“It was her [Delphine Seyrig] or nothing, and that’s why at 85 I’m still unmarried.”
Le Dictionnaire de Ma Vie — 2016 Memoir
“At the end of the day we are likely to be punished for our kindnesses.”
“I feel sometimes so out of it [the actor’s milieu] … to the point of feeling very uncomfortable.”
Le Monde — Interview
“We are very sad to learn of the passing of Michael Lonsdale, who played Hugo Drax in Moonraker. He was an extraordinarily talented actor and a very dear friend. Our thoughts are with his family and friends at this sad time”
Michael G. Wilson and Barbara Broccoli
September 27 2020 — Michael Lonsdale, the French-British actor whose best known role was the villain Hugo Drax in Moonraker, died on September 21 2020. He was born on May 24 1931. Follow us on Twitter: @INTEL_TODAY
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Lonsdale — a devout Catholic baptized at 22 — played a string of religious figures, including the abbot in the successful adaption of Umberto Eco’s The Name of the Rose (1986) and a Trappist monk in Of Gods and Men (2010), for which Lonsdale won a best supporting actor César.
“I’d vowed never to accept another role as a priest,” Lonsdale said, “but I couldn’t resist playing this wonderful, generous character.”
Lonsdale played more than 200 roles in both English and French over a career that spanned six decades.
His other film credits include The Day of the Jackal (1973), Munich (2005), and Ronin (1988).
Ronin is an American action thriller film directed by John Frankenheimer and written by John David Zeik and David Mamet, under the pseudonym Richard Weisz.
It stars Robert De Niro, Jean Reno, Natascha McElhone, Stellan Skarsgård, Sean Bean, and Jonathan Pryce.
The film is about a team of former special operatives hired to steal a mysterious, heavily guarded briefcase while navigating a maze of shifting loyalties. Ronin is noted for its realistic car chases in Nice and Paris, and its convoluted plot that uses the briefcase as a MacGuffin.
The film’s title was derived from the Japanese legend of rōnin, samurai whose leader was killed and left them with no one to serve, and roamed the countryside as mercenaries and bandits to regain a sense of purpose.
In Frankenheimer’s film, the rōnin are former intelligence operatives who are unemployed at the end of the Cold War; devoid of purpose, they become highly-paid mercenaries.
Michael Lonsdale’s character elaborates on the analogy in an anecdote about the forty-seven rōnin told with miniatures, comparing the film’s characters to the 18th-century rōnin of Japan.
In his essay, “Action and Abstraction in Ronin”, Stephen Prince wrote that the rōnin metaphor explores themes of “service, honor, and obligation to complex ways by showing that service may entail betrayal and that honor may be measured according to disparate terms”.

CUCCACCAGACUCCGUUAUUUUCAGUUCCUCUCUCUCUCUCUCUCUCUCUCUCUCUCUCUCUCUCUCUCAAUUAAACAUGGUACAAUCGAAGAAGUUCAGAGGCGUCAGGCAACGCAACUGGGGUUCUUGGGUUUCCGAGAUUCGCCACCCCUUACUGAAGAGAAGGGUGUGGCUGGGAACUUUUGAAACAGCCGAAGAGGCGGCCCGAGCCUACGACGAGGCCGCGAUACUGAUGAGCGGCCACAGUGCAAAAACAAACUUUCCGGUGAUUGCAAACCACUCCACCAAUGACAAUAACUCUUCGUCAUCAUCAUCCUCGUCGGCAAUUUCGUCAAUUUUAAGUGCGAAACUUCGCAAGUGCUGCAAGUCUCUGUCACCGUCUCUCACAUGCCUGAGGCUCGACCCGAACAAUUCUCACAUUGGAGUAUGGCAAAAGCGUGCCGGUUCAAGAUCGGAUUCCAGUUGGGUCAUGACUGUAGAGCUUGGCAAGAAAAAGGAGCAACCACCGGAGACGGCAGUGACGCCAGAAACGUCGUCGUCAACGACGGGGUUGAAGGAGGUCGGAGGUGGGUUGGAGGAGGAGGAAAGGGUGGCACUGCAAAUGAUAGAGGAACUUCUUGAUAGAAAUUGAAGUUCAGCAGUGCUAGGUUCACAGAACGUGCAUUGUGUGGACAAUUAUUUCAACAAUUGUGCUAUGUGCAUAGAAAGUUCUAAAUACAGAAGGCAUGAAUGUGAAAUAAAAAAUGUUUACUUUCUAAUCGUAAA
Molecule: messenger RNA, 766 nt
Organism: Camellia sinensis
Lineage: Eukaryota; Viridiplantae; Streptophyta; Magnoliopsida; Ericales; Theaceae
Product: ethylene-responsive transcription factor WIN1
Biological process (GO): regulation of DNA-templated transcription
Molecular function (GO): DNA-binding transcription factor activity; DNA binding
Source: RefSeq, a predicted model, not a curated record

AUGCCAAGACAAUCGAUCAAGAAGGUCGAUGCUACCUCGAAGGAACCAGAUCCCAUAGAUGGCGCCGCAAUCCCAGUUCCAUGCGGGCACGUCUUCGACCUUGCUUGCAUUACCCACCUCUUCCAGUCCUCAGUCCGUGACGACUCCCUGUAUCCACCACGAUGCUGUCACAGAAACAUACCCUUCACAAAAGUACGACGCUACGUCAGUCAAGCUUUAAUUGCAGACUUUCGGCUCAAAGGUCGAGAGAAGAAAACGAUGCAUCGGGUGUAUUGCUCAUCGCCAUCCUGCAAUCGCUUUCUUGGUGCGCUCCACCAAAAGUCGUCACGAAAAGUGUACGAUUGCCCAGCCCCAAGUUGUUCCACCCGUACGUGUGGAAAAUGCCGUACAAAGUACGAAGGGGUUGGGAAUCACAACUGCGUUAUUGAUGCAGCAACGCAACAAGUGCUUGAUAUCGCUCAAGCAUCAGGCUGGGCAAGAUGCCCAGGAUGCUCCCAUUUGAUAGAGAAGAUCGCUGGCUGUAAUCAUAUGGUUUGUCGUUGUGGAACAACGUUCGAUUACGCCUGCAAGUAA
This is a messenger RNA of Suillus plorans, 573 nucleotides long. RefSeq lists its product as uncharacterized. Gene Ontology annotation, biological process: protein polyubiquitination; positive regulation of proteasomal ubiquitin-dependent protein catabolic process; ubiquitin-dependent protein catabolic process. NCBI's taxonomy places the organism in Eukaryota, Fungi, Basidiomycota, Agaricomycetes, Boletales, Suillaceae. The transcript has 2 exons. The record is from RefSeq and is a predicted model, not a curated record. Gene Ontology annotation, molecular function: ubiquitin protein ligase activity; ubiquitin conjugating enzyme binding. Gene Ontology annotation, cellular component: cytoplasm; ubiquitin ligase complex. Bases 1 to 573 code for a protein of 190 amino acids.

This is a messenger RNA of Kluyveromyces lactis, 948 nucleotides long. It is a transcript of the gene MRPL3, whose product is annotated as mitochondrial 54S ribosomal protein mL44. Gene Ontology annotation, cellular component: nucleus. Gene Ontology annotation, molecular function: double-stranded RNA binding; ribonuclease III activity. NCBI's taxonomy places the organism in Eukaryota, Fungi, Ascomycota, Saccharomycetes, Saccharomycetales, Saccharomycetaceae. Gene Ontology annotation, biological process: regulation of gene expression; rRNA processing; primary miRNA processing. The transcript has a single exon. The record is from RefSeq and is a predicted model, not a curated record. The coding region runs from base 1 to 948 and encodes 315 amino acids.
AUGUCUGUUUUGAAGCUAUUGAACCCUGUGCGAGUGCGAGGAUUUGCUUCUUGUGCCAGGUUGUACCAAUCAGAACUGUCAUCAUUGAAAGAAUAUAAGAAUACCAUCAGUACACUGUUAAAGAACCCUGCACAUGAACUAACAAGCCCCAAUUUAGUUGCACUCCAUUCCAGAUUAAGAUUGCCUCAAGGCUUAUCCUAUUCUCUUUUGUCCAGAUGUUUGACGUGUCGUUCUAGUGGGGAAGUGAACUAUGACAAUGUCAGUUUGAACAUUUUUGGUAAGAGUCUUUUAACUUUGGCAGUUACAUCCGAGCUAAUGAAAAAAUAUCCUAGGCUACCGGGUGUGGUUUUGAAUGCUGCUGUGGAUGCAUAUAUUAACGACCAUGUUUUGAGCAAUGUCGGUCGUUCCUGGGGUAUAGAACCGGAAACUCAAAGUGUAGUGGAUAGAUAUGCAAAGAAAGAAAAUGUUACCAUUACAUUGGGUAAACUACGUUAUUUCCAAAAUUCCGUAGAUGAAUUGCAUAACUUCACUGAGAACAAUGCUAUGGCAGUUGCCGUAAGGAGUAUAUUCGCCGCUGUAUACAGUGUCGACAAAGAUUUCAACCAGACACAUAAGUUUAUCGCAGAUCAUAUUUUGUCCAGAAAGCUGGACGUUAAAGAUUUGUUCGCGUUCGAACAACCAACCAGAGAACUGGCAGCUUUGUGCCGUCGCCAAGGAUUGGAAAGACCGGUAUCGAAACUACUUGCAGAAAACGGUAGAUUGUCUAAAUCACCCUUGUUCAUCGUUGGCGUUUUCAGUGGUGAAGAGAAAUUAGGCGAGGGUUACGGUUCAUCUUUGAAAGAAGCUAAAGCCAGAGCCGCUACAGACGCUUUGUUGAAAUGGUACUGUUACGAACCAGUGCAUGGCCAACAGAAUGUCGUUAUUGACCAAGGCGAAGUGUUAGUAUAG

According to Stephen B. Armstrong, “Arguably Frankenheimer uses this story to highlight and contrast the moral and social weakness that characterize the band of rōnin in his film”. [From Wikipedia]
The revenge of the forty-seven rōnin is not a legend. It is an 18th-century historical event in which a band of 47 rōnin (leaderless samurai) avenged the death of their master. [1701 — 1703]
RONIN (1998) — Robert De Niro & Michael Lonsdale
Michael Lonsdale : “The Forty-Seven Ronin. Do you know it? Forty-seven samurai, whose master was betrayed and killed by another lord. They became ronin; masterless samurai; disgraced by another man’s treachery. For three years they plotted, pretending to be thieves, mercenaries, even madmen; that I didn’t have time to do; and then one night they struck, slipping into the castle of their lord’s betrayer and killing him.”
Robert De Niro : “Nice. I like that. My kind of job.”
Michael Lonsdale : “There’s something more. All forty-seven of them committed seppuku; ritual suicide; in the courtyard of the castle.”
Robert De Niro : “Well, that I don’t like so much.”
Michael Lonsdale : “But you understand it.”
Robert De Niro : “What do you mean, I understand it?”
Michael Lonsdale : “The warrior code. The delight in the battle, you understand that, yes? But also something more. You understand there is something outside yourself that has to be served. And when that need is gone, when belief has died, what are you? A man without a master.”
Robert De Niro : “Right now I’m a man without a paycheck.”
Michael Lonsdale : “The ronin could have hired themselves to new masters. They could have fought for themselves. But they chose honor. They chose myth.”
Robert De Niro : “They chose wrong.”
Actually, only 46 committed ritual suicide…
Michael Lonsdale obituary — The Guardian
Obituary — James Bond Villain Michael Lonsdale [Hugo Drax] dies aged 89